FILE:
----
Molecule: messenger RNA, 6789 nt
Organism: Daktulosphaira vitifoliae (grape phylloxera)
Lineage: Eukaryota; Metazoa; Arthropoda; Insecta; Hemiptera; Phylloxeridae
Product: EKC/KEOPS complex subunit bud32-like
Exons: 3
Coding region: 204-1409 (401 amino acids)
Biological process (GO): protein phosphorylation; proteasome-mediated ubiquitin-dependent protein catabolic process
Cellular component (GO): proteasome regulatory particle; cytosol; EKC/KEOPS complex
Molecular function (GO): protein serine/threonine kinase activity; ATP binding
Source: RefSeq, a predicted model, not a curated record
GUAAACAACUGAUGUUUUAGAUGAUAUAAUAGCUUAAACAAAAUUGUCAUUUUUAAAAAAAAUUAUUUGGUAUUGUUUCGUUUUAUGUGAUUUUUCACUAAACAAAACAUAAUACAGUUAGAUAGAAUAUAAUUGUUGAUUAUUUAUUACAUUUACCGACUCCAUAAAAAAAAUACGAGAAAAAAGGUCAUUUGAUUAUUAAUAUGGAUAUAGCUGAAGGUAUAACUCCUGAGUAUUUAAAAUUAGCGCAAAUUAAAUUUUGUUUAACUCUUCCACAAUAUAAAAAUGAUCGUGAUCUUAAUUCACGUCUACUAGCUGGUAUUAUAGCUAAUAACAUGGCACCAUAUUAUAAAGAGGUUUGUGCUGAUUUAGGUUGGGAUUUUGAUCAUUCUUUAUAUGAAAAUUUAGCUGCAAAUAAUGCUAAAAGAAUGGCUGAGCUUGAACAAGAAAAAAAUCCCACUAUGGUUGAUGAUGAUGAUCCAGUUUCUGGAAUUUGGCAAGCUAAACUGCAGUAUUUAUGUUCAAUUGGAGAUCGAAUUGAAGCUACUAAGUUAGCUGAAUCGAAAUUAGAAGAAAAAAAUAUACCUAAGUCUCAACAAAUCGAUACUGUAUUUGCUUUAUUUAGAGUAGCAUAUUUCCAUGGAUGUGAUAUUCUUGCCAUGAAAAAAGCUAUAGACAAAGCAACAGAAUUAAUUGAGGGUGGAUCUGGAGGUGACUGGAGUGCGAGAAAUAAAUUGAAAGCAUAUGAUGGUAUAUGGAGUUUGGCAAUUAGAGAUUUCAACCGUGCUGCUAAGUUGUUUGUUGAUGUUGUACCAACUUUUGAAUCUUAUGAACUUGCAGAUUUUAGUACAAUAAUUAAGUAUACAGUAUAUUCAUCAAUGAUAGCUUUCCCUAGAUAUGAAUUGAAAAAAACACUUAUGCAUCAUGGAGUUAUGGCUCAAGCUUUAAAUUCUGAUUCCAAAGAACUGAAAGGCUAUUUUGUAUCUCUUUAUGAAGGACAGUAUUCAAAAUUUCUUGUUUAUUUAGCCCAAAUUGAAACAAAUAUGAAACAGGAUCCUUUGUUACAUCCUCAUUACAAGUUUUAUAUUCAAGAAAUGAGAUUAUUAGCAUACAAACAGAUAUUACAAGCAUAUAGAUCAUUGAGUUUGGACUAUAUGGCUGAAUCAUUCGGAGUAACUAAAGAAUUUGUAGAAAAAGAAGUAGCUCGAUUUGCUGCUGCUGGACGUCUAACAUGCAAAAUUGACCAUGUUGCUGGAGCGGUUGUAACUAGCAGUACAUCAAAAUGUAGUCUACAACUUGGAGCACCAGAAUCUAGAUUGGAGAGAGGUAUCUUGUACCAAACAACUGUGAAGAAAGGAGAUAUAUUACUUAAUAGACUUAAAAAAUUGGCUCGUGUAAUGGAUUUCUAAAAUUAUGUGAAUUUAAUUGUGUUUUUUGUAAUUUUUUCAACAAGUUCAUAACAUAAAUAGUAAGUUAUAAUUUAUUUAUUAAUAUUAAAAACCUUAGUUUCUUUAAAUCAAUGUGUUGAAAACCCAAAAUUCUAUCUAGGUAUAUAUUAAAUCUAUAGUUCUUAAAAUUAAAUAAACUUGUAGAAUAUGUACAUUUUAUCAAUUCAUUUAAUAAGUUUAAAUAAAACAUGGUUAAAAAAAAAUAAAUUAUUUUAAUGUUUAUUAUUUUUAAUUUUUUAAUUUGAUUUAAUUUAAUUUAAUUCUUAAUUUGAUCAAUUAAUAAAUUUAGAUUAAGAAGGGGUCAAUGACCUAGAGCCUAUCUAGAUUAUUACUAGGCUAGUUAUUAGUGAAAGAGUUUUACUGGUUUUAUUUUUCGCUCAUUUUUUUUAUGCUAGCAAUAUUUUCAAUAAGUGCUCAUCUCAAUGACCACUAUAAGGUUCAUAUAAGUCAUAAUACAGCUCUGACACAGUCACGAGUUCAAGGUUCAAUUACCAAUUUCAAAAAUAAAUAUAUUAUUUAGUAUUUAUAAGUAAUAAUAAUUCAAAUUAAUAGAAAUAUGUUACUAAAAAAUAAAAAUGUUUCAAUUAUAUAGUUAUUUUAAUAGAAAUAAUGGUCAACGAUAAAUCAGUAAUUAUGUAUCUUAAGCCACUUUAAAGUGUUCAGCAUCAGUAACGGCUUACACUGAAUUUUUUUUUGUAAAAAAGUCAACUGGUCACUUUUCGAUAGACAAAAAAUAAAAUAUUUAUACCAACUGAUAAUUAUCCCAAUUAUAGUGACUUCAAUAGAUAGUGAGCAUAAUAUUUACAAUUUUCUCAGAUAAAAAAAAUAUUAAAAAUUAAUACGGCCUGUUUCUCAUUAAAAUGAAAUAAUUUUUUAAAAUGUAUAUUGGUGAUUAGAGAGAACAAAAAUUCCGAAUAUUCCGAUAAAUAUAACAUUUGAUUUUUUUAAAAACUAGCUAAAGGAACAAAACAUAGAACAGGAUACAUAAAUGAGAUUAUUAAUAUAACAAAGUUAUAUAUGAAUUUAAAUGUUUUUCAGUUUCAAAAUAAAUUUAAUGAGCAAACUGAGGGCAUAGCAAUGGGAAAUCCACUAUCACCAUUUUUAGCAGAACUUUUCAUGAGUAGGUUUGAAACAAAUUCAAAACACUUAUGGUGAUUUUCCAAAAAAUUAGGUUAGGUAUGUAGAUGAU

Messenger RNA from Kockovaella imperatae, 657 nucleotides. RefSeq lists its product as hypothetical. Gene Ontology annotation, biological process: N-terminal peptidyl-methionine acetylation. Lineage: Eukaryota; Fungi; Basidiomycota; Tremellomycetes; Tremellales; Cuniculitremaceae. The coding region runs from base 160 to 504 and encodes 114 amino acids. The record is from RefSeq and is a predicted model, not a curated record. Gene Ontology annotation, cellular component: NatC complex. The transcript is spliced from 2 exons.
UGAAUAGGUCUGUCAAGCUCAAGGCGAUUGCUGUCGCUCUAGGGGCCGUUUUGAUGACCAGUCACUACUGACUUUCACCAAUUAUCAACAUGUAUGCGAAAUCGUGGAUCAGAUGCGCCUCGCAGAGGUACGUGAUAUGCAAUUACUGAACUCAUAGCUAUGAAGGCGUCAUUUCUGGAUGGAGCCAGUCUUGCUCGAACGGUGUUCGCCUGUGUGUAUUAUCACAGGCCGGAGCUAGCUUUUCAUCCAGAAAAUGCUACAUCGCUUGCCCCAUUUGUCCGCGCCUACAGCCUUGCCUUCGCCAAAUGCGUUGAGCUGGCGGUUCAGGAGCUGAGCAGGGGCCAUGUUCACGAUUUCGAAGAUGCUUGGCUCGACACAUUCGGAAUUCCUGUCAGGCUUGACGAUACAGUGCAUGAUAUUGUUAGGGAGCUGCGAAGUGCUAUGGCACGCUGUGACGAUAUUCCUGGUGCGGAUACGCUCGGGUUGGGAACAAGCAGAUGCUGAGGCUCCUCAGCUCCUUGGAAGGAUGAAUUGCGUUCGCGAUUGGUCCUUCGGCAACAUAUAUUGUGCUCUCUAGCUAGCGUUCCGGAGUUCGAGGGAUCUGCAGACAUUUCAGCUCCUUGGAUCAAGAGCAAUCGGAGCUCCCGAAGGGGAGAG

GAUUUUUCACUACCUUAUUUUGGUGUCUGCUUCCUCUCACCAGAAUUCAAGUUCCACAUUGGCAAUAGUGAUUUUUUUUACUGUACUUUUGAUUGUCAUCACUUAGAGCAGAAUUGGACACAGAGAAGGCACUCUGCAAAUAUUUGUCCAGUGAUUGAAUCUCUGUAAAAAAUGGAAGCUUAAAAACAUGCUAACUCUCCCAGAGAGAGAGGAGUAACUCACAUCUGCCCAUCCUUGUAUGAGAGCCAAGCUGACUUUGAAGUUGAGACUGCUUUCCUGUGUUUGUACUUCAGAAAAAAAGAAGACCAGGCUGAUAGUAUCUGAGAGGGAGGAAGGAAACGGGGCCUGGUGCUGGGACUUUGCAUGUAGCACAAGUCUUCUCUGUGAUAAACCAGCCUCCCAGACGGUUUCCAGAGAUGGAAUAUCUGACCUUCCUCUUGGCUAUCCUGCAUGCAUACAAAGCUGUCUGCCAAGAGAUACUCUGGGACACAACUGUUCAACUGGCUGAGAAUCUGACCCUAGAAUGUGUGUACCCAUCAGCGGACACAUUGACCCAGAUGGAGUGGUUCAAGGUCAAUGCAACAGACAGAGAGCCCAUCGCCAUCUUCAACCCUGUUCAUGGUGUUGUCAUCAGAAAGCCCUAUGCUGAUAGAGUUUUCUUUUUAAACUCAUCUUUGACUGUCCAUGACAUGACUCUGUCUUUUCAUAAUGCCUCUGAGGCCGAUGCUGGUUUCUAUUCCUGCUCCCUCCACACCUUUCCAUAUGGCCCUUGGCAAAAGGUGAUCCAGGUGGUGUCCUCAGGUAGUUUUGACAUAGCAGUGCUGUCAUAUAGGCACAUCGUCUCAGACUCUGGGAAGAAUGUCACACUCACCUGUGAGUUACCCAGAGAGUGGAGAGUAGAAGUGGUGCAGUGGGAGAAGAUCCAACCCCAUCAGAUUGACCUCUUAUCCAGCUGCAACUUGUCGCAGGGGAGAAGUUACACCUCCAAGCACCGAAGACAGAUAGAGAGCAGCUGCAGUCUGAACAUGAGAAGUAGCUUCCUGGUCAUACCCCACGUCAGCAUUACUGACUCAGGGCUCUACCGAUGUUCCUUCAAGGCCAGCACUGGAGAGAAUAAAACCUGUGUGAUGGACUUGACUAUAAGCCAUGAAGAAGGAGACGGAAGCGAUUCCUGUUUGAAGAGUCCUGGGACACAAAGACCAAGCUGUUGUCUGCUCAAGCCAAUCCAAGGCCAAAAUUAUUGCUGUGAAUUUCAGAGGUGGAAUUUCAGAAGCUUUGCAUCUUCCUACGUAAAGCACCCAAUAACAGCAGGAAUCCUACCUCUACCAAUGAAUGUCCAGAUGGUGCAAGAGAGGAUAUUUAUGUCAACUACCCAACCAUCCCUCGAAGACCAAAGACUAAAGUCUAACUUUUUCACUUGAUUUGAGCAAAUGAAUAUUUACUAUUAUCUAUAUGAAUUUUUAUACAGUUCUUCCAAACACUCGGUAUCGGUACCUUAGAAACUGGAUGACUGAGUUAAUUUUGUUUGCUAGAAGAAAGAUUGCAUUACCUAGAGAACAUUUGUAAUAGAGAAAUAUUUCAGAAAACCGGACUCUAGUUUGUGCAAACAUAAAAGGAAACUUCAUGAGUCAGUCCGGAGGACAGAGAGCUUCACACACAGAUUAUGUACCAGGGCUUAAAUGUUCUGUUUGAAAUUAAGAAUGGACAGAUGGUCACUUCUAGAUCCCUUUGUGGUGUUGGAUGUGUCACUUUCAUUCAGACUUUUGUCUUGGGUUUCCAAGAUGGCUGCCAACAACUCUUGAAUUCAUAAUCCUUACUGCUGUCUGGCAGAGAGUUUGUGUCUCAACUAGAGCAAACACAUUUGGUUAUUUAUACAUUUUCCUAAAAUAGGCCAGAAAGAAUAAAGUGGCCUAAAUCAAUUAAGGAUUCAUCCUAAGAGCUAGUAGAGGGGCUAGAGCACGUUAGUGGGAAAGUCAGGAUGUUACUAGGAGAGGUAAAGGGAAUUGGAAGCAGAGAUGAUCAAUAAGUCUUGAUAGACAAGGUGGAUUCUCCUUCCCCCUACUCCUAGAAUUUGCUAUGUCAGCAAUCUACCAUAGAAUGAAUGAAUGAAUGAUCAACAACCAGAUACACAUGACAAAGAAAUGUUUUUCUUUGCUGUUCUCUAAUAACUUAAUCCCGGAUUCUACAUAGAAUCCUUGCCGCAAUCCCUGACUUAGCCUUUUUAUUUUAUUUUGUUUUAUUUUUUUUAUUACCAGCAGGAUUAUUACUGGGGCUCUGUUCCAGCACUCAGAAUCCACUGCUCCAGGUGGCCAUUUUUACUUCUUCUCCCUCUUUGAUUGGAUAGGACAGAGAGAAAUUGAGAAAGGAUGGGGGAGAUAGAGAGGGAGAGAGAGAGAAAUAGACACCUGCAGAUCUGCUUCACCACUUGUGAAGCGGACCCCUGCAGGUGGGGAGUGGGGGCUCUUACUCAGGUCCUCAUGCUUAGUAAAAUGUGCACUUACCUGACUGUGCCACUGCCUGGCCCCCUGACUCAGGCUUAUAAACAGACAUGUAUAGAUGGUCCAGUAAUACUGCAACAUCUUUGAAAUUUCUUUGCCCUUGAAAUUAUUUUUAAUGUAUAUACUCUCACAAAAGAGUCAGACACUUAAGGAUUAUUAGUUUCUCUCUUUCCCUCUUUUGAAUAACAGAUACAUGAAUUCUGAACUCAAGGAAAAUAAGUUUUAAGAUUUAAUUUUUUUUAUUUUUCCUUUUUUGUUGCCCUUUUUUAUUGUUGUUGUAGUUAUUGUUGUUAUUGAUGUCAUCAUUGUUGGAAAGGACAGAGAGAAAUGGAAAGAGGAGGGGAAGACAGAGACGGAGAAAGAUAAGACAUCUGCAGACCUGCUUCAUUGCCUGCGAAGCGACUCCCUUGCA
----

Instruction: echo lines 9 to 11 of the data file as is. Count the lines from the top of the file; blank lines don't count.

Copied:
Molecular function (GO): protein serine/threonine kinase activity; ATP binding
Source: RefSeq, a predicted model, not a curated record
GUAAACAACUGAUGUUUUAGAUGAUAUAAUAGCUUAAACAAAAUUGUCAUUUUUAAAAAAAAUUAUUUGGUAUUGUUUCGUUUUAUGUGAUUUUUCACUAAACAAAACAUAAUACAGUUAGAUAGAAUAUAAUUGUUGAUUAUUUAUUACAUUUACCGACUCCAUAAAAAAAAUACGAGAAAAAAGGUCAUUUGAUUAUUAAUAUGGAUAUAGCUGAAGGUAUAACUCCUGAGUAUUUAAAAUUAGCGCAAAUUAAAUUUUGUUUAACUCUUCCACAAUAUAAAAAUGAUCGUGAUCUUAAUUCACGUCUACUAGCUGGUAUUAUAGCUAAUAACAUGGCACCAUAUUAUAAAGAGGUUUGUGCUGAUUUAGGUUGGGAUUUUGAUCAUUCUUUAUAUGAAAAUUUAGCUGCAAAUAAUGCUAAAAGAAUGGCUGAGCUUGAACAAGAAAAAAAUCCCACUAUGGUUGAUGAUGAUGAUCCAGUUUCUGGAAUUUGGCAAGCUAAACUGCAGUAUUUAUGUUCAAUUGGAGAUCGAAUUGAAGCUACUAAGUUAGCUGAAUCGAAAUUAGAAGAAAAAAAUAUACCUAAGUCUCAACAAAUCGAUACUGUAUUUGCUUUAUUUAGAGUAGCAUAUUUCCAUGGAUGUGAUAUUCUUGCCAUGAAAAAAGCUAUAGACAAAGCAACAGAAUUAAUUGAGGGUGGAUCUGGAGGUGACUGGAGUGCGAGAAAUAAAUUGAAAGCAUAUGAUGGUAUAUGGAGUUUGGCAAUUAGAGAUUUCAACCGUGCUGCUAAGUUGUUUGUUGAUGUUGUACCAACUUUUGAAUCUUAUGAACUUGCAGAUUUUAGUACAAUAAUUAAGUAUACAGUAUAUUCAUCAAUGAUAGCUUUCCCUAGAUAUGAAUUGAAAAAAACACUUAUGCAUCAUGGAGUUAUGGCUCAAGCUUUAAAUUCUGAUUCCAAAGAACUGAAAGGCUAUUUUGUAUCUCUUUAUGAAGGACAGUAUUCAAAAUUUCUUGUUUAUUUAGCCCAAAUUGAAACAAAUAUGAAACAGGAUCCUUUGUUACAUCCUCAUUACAAGUUUUAUAUUCAAGAAAUGAGAUUAUUAGCAUACAAACAGAUAUUACAAGCAUAUAGAUCAUUGAGUUUGGACUAUAUGGCUGAAUCAUUCGGAGUAACUAAAGAAUUUGUAGAAAAAGAAGUAGCUCGAUUUGCUGCUGCUGGACGUCUAACAUGCAAAAUUGACCAUGUUGCUGGAGCGGUUGUAACUAGCAGUACAUCAAAAUGUAGUCUACAACUUGGAGCACCAGAAUCUAGAUUGGAGAGAGGUAUCUUGUACCAAACAACUGUGAAGAAAGGAGAUAUAUUACUUAAUAGACUUAAAAAAUUGGCUCGUGUAAUGGAUUUCUAAAAUUAUGUGAAUUUAAUUGUGUUUUUUGUAAUUUUUUCAACAAGUUCAUAACAUAAAUAGUAAGUUAUAAUUUAUUUAUUAAUAUUAAAAACCUUAGUUUCUUUAAAUCAAUGUGUUGAAAACCCAAAAUUCUAUCUAGGUAUAUAUUAAAUCUAUAGUUCUUAAAAUUAAAUAAACUUGUAGAAUAUGUACAUUUUAUCAAUUCAUUUAAUAAGUUUAAAUAAAACAUGGUUAAAAAAAAAUAAAUUAUUUUAAUGUUUAUUAUUUUUAAUUUUUUAAUUUGAUUUAAUUUAAUUUAAUUCUUAAUUUGAUCAAUUAAUAAAUUUAGAUUAAGAAGGGGUCAAUGACCUAGAGCCUAUCUAGAUUAUUACUAGGCUAGUUAUUAGUGAAAGAGUUUUACUGGUUUUAUUUUUCGCUCAUUUUUUUUAUGCUAGCAAUAUUUUCAAUAAGUGCUCAUCUCAAUGACCACUAUAAGGUUCAUAUAAGUCAUAAUACAGCUCUGACACAGUCACGAGUUCAAGGUUCAAUUACCAAUUUCAAAAAUAAAUAUAUUAUUUAGUAUUUAUAAGUAAUAAUAAUUCAAAUUAAUAGAAAUAUGUUACUAAAAAAUAAAAAUGUUUCAAUUAUAUAGUUAUUUUAAUAGAAAUAAUGGUCAACGAUAAAUCAGUAAUUAUGUAUCUUAAGCCACUUUAAAGUGUUCAGCAUCAGUAACGGCUUACACUGAAUUUUUUUUUGUAAAAAAGUCAACUGGUCACUUUUCGAUAGACAAAAAAUAAAAUAUUUAUACCAACUGAUAAUUAUCCCAAUUAUAGUGACUUCAAUAGAUAGUGAGCAUAAUAUUUACAAUUUUCUCAGAUAAAAAAAAUAUUAAAAAUUAAUACGGCCUGUUUCUCAUUAAAAUGAAAUAAUUUUUUAAAAUGUAUAUUGGUGAUUAGAGAGAACAAAAAUUCCGAAUAUUCCGAUAAAUAUAACAUUUGAUUUUUUUAAAAACUAGCUAAAGGAACAAAACAUAGAACAGGAUACAUAAAUGAGAUUAUUAAUAUAACAAAGUUAUAUAUGAAUUUAAAUGUUUUUCAGUUUCAAAAUAAAUUUAAUGAGCAAACUGAGGGCAUAGCAAUGGGAAAUCCACUAUCACCAUUUUUAGCAGAACUUUUCAUGAGUAGGUUUGAAACAAAUUCAAAACACUUAUGGUGAUUUUCCAAAAAAUUAGGUUAGGUAUGUAGAUGAU